it’s really important that we show people that there’s stuff
happening and they can be part of that.

“As new entrants we don’t have a farm or a herd to inherit nor
are we tied to a specific way of working, and that is
incredibly freeing. This is the first time we’ve done it, we’re
learning as we go. Obviously if you inherit a farm there is a
huge privilege and responsibility with that and I admire
farmers who take on the mantle from their forebears. I think
there’s probably loads of other people out there who are
doing it for the first time who might feel alone. So by sharing
what we do with them and with non-farmers, it just feels very
positive.”

Lisa Houston is one of the driving forces and co-founders
of Lauriston Agroecology Farm, a 100 acre site run by a
workers co-operative that is focused on food growing,
biodiversity, and community. When it started in 2021 it was
the largest urban farm in Scotland.

“We are wedged between one of the poorest areas of
Scotland and one of the wealthiest areas of Scotland.
Groups of at least 3 neighbourhood households, or
organisations working in the local area with local people
can apply for a community allotment. We’ve got a Ukrainian
group, a Polish group, a group from Hong Kong, a group
from South Africa. Then we’ve got neighbours from mixed
backgrounds. We’ve got people from Ecuador, people from
France and it’s a really nice mixture which means you’ve got
very diverse and international crops. It’s cool seeing the
exchange between people when they ask what they’re
growing.

“The community orchard has been designed and planted by
the local community. The north field is devoted to wetland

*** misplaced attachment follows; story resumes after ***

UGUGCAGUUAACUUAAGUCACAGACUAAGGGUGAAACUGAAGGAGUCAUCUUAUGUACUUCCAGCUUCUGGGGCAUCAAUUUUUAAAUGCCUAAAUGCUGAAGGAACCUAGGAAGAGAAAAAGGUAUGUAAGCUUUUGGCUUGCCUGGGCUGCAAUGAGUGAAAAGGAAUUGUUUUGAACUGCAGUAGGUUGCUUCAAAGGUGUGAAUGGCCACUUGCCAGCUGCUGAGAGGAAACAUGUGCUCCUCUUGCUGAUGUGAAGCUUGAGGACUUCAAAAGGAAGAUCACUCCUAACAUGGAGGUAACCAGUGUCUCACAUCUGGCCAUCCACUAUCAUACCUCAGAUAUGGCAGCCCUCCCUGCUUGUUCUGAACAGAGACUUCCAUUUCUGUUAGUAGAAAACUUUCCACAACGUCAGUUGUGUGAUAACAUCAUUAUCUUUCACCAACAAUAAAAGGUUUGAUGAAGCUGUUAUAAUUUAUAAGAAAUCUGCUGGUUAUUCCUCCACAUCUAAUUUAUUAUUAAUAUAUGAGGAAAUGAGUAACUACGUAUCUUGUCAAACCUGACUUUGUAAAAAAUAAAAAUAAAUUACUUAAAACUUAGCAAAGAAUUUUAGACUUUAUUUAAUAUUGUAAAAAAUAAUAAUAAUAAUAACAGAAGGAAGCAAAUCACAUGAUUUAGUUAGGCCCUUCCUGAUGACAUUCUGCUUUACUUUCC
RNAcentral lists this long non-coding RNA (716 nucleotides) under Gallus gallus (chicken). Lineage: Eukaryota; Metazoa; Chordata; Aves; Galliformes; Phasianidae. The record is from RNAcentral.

wildlife habitat specifically for coastal migrating wading
birds and in the summer highland cattle will keep the grass
the right height.

“We’ve done lots of stuff for biodiversity, we’ve planted 900
metres of double hedgerow, and about 12500 trees in the
last 18 months and put in ponds for amphibian life. We have
20 acres of deer fenced area for our market garden and
food production from which we did 50 veg boxes last year
and we have a veg stall here every Thursday. We’re also
doing agro-forestry, growing wheat and other indigenous
heritage seeds.

“What we are doing is at one level so simple and I think for
most of us working here, it’s just common sense. People need
to know where their food comes from, they need to
understand nature, the world of wildlife that we share this
earth with and now more than ever we all need to be getting
a chance to engage with the world in a way that feels like
we are working with nature rather than against us. We need
community resilience and that comes from people getting
together and doing stuff like growing food, planting trees,
sharing meals and cups of tea, saving seeds. Like I said it
seems like a very simple thing to me, but I recognise that it’s
also for some people quite revolutionary. For me personally,
I just like to be outside, doing physical work and chatting
with people, that feels natural to me.”

Images of the exhibition at Street Level Photoworks

Images of the Regenerative Conversation panel event at Street Level Photoworks

©Tiu Makkonen, courtesy of Street Level Photoworks

Cultivating Equality: Regenrative Conversations featured Nikki Yoxall from Grampian Graziers, Lisa Houston from Lauriston Farm, Sinéad Fortune, Scotland Coordinator for the Seed Sovereignty Programme, and photographer Sophie Gerrard. Chaired by Katie Revell , co-producer of Farmerama Radio.